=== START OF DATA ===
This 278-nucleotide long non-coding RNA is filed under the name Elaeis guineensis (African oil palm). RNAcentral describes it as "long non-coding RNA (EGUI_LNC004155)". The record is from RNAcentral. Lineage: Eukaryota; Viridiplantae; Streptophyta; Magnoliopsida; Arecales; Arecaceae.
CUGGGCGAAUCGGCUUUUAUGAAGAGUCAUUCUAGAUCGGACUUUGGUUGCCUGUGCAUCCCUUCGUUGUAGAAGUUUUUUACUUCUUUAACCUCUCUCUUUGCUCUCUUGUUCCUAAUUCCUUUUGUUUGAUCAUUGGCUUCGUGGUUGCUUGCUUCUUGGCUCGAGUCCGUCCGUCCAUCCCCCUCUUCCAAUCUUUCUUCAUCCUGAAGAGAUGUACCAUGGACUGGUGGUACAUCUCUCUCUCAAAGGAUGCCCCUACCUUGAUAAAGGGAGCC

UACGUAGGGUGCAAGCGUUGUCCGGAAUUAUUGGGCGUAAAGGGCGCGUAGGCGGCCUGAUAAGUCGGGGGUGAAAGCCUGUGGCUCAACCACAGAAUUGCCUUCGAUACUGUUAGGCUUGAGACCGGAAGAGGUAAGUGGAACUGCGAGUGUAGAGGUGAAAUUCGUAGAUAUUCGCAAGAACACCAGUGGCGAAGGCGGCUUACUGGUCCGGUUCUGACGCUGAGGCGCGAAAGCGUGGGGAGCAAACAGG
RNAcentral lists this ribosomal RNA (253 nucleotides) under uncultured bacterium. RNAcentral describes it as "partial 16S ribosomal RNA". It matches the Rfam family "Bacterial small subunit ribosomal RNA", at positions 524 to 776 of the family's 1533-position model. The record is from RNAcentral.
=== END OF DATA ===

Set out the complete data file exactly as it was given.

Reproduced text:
This 278-nucleotide long non-coding RNA is filed under the name Elaeis guineensis (African oil palm). RNAcentral describes it as "long non-coding RNA (EGUI_LNC004155)". The record is from RNAcentral. Lineage: Eukaryota; Viridiplantae; Streptophyta; Magnoliopsida; Arecales; Arecaceae.
CUGGGCGAAUCGGCUUUUAUGAAGAGUCAUUCUAGAUCGGACUUUGGUUGCCUGUGCAUCCCUUCGUUGUAGAAGUUUUUUACUUCUUUAACCUCUCUCUUUGCUCUCUUGUUCCUAAUUCCUUUUGUUUGAUCAUUGGCUUCGUGGUUGCUUGCUUCUUGGCUCGAGUCCGUCCGUCCAUCCCCCUCUUCCAAUCUUUCUUCAUCCUGAAGAGAUGUACCAUGGACUGGUGGUACAUCUCUCUCUCAAAGGAUGCCCCUACCUUGAUAAAGGGAGCC

UACGUAGGGUGCAAGCGUUGUCCGGAAUUAUUGGGCGUAAAGGGCGCGUAGGCGGCCUGAUAAGUCGGGGGUGAAAGCCUGUGGCUCAACCACAGAAUUGCCUUCGAUACUGUUAGGCUUGAGACCGGAAGAGGUAAGUGGAACUGCGAGUGUAGAGGUGAAAUUCGUAGAUAUUCGCAAGAACACCAGUGGCGAAGGCGGCUUACUGGUCCGGUUCUGACGCUGAGGCGCGAAAGCGUGGGGAGCAAACAGG
RNAcentral lists this ribosomal RNA (253 nucleotides) under uncultured bacterium. RNAcentral describes it as "partial 16S ribosomal RNA". It matches the Rfam family "Bacterial small subunit ribosomal RNA", at positions 524 to 776 of the family's 1533-position model. The record is from RNAcentral.